Betsy: Right. Well, it didn't happen overnight. It definitely takes a village. It takes a coalition of patients and professionals and like minded organizations that want to serve the family building community. It takes a lot of resources you know, we’re able to mobilize patients. We needed to hire a lobbyist, someone who was there on the ground every day in Albany. We made you know, dozens of trips to Albany. I know Rena you traveled from Manhattan to Albany, which is not always easy. People met in districts with their lawmakers. As I mentioned before, we actually did an advocacy day every year for four years, and this past year we had our largest state advocacy day ever with 100 people who basically traveled to Albany on their own time to talk with key lawmakers about why this law is so important and why the status quo had to change that you know, infertility is a disease and should be covered by insurance, like other diseases and also people that have conditions that or are in situations where you know they are struggling to build a family then, you know, cost should not be a barrier to getting the care that they need. So it took, you know, a lot of passion and commitment. And as I said, we won't stop until we cover everyone.
Rena: Well,I know you're certainly not going to stop. And I think something you touched upon now is infertility is a disease, which I think a lot of people still don't understand or know. And so I hope also from this bill, you know, it changes the dialogue and gets that out there. You know, it helps to take away the shame and the stigma that goes with it and, you know, increase understanding for patients of those family members and friends,
Betsy: Right. Right. No, it absolutely is a disease. It's recognized by the American Medical Association, the American College of Obstetricians and Gynecologists, the American Society for Reproductive Medicine and the World Health Organization. So you know, we believe that it should be covered just like other diseases. So we're working not only in New York, but in many other states as well.
Rena: So that's I mean, it sounds like there's still work to be done. So if somebody listening now wants to get involved, what should they do?
Betsy: Yes, well, please contact Resolve. We can be reached at info at www.resolve.org. We’re actually putting the finishing touches on a state advocacy toolkit to help patients and professionals advocate for coverage in their states, and we can connect ah, them with others in their state who want to do the same thing and really, the most important the first step to getting legislation introduced and passed is educating your lawmakers by sharing your family building stories. And, you know, Resolve has the tools to support you in this effort. And for those people who work for self insured companies, we also have resources to help you. You know, the best way for to get these self insured companies to provide coverage if they don't already have it is simply to ask to ask HR to add family building benefits, whether it's for IVF, adoption or surrogacy. Often it takes one person making the ask for a company to add these benefits. We've seen it time and time again that one person making the ask truly works. So we have Resources on our website www.resolve.org/coverageatwork. We have a tool kit for both employees and employers. It includes sample letters and studies that show why this is important to employees and why it makes sense for employers to add these benefits. So that's another route to take for trying to get family building benefits at your place of employment.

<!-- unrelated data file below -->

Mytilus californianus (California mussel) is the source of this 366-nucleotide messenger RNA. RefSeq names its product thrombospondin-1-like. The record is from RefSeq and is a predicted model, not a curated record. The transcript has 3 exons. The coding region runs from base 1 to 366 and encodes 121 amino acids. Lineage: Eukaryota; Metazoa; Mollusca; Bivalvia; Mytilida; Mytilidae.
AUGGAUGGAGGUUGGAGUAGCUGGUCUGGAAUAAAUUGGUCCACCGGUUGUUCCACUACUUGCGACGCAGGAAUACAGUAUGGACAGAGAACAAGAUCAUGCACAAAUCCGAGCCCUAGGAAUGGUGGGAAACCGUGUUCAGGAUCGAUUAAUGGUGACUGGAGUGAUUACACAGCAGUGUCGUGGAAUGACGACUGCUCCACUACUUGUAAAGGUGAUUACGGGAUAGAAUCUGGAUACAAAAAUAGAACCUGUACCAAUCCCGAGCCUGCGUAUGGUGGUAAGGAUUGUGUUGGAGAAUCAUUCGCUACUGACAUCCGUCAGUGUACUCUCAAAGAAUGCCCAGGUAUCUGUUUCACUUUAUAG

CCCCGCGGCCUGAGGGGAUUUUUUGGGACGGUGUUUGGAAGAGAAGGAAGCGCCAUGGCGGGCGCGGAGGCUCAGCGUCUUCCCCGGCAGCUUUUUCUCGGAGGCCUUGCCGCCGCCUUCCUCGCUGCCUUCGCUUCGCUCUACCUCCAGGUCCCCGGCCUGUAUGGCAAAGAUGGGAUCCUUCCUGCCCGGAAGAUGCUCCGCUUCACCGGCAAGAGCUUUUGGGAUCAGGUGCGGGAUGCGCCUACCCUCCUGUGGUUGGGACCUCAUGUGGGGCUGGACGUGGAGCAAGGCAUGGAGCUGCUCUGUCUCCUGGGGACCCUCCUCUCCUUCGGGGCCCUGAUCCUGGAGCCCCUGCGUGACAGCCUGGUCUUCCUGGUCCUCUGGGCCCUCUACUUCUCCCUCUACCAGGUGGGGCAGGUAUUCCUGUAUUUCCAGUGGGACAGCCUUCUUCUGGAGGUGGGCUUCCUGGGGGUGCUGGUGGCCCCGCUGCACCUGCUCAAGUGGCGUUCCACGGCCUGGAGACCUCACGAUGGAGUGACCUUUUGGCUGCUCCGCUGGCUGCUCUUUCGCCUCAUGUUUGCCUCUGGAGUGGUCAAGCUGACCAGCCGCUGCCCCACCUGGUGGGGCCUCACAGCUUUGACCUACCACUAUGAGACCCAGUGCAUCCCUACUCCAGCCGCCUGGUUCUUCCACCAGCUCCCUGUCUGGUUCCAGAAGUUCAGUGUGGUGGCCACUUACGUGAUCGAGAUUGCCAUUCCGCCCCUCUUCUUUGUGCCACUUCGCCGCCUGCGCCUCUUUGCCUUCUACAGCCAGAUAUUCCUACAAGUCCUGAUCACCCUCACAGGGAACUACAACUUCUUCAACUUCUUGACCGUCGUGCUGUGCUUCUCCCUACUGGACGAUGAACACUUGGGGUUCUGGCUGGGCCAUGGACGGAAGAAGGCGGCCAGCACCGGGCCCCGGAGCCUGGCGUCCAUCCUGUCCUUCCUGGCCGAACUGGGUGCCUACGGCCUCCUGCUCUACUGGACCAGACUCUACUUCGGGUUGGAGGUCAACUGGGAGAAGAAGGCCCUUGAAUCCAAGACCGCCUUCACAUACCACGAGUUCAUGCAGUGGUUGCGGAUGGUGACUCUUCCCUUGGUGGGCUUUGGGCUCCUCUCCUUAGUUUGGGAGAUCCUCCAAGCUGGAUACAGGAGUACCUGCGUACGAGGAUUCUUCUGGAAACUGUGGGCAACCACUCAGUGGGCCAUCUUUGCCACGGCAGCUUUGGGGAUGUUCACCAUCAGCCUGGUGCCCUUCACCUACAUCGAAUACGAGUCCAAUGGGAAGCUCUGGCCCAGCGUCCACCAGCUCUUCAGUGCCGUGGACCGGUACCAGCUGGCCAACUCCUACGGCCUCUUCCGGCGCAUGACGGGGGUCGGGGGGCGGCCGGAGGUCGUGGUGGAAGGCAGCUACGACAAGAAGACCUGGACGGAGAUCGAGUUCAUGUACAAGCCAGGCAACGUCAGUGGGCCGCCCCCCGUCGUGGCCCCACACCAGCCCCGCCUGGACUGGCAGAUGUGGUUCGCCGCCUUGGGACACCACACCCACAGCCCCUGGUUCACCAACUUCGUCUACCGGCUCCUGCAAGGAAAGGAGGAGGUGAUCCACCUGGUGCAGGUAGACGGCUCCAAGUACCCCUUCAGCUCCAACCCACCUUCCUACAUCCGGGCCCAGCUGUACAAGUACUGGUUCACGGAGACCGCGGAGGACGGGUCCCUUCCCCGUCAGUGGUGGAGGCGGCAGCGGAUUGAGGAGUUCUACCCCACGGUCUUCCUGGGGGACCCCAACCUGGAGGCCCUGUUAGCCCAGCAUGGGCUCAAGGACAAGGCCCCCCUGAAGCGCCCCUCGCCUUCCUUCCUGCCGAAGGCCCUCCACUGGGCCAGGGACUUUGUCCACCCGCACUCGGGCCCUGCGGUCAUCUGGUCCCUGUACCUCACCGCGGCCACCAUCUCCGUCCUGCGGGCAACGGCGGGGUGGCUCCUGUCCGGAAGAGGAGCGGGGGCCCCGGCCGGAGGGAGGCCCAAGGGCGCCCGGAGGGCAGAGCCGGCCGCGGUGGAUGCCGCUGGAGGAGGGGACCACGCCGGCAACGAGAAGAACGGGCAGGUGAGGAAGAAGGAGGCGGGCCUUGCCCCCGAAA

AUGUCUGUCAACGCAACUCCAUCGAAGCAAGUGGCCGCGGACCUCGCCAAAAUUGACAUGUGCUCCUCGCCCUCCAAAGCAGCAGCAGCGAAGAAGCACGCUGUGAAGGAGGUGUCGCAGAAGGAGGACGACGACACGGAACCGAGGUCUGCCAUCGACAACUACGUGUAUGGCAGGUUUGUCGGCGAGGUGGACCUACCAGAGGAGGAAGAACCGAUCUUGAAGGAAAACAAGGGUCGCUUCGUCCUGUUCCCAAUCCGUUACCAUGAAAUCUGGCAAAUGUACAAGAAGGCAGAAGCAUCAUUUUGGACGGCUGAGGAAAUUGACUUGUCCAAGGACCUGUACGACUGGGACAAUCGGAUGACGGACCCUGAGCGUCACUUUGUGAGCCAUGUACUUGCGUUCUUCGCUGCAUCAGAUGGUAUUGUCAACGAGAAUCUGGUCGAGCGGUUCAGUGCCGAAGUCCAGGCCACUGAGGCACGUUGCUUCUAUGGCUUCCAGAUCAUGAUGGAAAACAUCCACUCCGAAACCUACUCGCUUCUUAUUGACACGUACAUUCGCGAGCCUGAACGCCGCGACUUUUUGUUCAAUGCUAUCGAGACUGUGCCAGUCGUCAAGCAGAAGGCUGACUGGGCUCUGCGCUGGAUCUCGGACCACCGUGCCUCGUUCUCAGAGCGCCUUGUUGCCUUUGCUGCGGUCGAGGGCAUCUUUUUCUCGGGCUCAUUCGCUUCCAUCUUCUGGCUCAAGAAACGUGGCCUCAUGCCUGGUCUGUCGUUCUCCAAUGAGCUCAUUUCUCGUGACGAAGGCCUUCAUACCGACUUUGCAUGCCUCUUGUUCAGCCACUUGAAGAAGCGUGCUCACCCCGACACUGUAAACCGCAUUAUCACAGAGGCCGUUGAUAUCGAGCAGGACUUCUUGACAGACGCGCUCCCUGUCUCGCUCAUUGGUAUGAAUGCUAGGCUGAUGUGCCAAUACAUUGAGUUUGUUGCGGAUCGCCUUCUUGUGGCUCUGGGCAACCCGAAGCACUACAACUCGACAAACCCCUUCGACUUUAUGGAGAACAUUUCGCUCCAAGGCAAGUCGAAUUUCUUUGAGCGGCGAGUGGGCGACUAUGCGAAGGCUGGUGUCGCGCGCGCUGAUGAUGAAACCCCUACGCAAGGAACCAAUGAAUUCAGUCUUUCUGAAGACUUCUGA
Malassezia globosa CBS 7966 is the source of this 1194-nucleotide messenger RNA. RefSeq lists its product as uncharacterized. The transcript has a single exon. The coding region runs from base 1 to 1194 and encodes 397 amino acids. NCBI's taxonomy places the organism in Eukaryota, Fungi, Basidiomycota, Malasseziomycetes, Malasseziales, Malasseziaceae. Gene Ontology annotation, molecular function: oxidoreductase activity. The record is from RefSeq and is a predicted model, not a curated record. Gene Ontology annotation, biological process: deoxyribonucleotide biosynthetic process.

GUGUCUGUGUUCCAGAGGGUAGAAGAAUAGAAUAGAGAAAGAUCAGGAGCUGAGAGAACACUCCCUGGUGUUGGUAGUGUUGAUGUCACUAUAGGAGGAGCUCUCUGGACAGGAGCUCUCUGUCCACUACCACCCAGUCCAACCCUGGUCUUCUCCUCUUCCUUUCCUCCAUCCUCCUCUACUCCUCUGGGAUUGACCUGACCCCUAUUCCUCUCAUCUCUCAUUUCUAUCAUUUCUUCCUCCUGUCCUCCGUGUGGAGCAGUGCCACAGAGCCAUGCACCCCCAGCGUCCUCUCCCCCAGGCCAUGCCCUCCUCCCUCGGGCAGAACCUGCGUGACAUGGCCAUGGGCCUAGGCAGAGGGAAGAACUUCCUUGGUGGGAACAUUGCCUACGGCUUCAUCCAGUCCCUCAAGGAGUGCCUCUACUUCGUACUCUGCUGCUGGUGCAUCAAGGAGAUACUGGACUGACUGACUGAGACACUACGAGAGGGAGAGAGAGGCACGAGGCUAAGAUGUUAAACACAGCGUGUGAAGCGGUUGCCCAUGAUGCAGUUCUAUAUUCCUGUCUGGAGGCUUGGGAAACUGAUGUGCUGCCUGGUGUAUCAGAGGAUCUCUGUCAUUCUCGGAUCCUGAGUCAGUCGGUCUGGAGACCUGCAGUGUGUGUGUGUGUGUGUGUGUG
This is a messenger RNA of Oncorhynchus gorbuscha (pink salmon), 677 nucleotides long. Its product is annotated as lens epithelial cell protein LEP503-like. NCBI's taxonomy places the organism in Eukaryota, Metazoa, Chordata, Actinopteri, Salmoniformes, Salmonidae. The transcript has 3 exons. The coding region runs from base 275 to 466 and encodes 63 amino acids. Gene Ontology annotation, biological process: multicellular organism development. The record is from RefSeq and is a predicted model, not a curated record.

Rena: So you really make it so easy for people to get a toolkit and ask. Although I do know, you know, from speaking to people that can often be the hardest thing they say, well, I don't want to go to my HR because I don't want them to know that I'm trying to have a baby or build a family. You know I’m not comfortable sharing that.
Betsy: Right, and we understand people don't want, for example, maybe their boss to know that they are hoping to get pregnant and then need to go on maternity leave. But conversations with HR are confidential, and so you should feel comfortable in letting them know that this is something that is impacting you and that you know, employers want to know what their employees want and, you know, we know based on lots of surveys that you know, health care benefits employees value even more than raises than salary increases. So it's important for HR to know what their employees want. And we're seeing lots of employers adding the coverage because it makes sense. It makes for a more loyal and satisfied workforce. People are staying in their jobs longer. Those that have IVF coverage stay with those employers longer. And, you know, they're just lots of benefits to the employer, not to mention the employee.
Rena: Well I certainly agree with you, and it seems like you know, I’ll repeat what you said, which is that an HR conversation is a confidential conversation, so you know someone going to speak to HR shouldn't worry that then you know their boss will find out and they'll be, you know, discriminated against.
Rena: And of course, it's scary to come forward and ask for help and be brave. But I think, as you said to look, it takes a village. And one small voice also can create a huge change.